Billy Fung

Diving into web visualisations with Javascript


Billy Fung / 2017-04-15

Web visualisations

Visualising and manipulating data is one of the most useful ways to gain intuition about how the variables within the data set behave. To begin any sort of numerical analysis, you usually plot the data to see if you can easily determine relationships without having to delve deeper immediately. This is all simple and easy if your data and visualisation all live within the same space, namely your local computing environment. But eventually you might run into the issue of not having enough resources to have multiple visualisations up at the same time.

Where I’m coming from

My scenario is such that in our office we use R and Shiny to quickly build tools and use them. An example of such a tool would be something that queries our Postgres database for a dataset, does some sort of analysis on it, then displays the result within a Shiny app that allows the user to view and make changes accordingly. The issue with this is that it then becomes a tool that you can only have one instance of R/Shiny at a time. What if I want to run more than one visualisation tool at a time? Have multiple VMs running different Shiny apps?

This quickly becomes cumbersome, although it does work. Another option is to have the visualisations hosted on the web. Certain charts might be always glanced at, and that seems to be a good reason to place them up on a web page somewhere. The downside to this is that it’s nowhere near as easy to make as a quick Shiny ggplot.

Javascript woes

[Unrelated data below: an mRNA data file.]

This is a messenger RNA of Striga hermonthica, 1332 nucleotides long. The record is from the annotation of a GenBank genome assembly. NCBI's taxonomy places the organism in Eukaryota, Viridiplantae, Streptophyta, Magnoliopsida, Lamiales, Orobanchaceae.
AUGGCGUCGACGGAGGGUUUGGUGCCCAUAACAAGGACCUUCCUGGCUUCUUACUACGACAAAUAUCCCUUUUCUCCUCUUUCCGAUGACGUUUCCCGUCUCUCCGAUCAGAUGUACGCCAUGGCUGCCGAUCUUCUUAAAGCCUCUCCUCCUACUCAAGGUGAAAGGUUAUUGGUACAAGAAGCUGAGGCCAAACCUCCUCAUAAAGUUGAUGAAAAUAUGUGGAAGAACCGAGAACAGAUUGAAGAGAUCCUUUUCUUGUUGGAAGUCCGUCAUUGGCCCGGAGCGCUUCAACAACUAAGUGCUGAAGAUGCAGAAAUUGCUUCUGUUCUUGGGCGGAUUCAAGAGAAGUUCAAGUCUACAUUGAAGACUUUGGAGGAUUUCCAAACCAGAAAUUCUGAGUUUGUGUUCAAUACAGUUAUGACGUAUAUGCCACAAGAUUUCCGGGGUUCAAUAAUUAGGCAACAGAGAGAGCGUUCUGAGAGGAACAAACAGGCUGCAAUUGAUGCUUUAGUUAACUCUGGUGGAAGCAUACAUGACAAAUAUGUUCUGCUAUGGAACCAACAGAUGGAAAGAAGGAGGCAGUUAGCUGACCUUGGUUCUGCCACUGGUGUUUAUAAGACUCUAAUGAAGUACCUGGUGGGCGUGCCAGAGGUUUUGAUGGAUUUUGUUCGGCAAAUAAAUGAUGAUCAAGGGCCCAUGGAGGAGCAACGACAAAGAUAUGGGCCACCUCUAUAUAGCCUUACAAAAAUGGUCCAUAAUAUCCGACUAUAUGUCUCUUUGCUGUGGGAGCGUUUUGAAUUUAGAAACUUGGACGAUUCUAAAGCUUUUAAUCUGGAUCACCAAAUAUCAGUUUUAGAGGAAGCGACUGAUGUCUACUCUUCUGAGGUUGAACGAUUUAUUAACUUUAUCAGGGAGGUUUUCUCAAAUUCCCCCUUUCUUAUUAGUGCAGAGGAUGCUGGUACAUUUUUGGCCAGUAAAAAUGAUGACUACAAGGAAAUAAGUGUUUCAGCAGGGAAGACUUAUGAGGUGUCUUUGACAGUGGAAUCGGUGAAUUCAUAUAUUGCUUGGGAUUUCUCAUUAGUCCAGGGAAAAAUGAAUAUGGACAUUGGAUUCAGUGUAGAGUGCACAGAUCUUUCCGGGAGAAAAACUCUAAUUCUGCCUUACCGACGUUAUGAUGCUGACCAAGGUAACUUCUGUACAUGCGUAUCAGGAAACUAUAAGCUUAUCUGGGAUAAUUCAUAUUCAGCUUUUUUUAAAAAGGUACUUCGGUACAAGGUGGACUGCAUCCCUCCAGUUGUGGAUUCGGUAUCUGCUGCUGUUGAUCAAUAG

It’s very easy to grab data in R, and then use ggplot to return a nice looking plot. The same task is multiple layers of complexity deeper when having to build a web app and render using javascript. Coming from an objected oriented background, I was glad to see that javascript as a language takes some form similar to C++. But that’s just looking at the language itself, and not how it’s used within a webpage.

I quickly learned how little I knew about how exactly webpages themselves worked, and the components of a webpage. Afterall, all I wanted was to be able to make some d3 charts and put them on a webpage, how difficult could that be?

This delves quickly into web standards and version standards pretty quickly. I decided I wanted to use a particular charting library that uses d3, but then it uses d3.v3 instead of the newer version of d3.v4 which changes a bunch of things. Such is the case of the every moving language of Javascript.

So what did I learn?

Whatever you learn now for the web is probably going to be outdated in a year.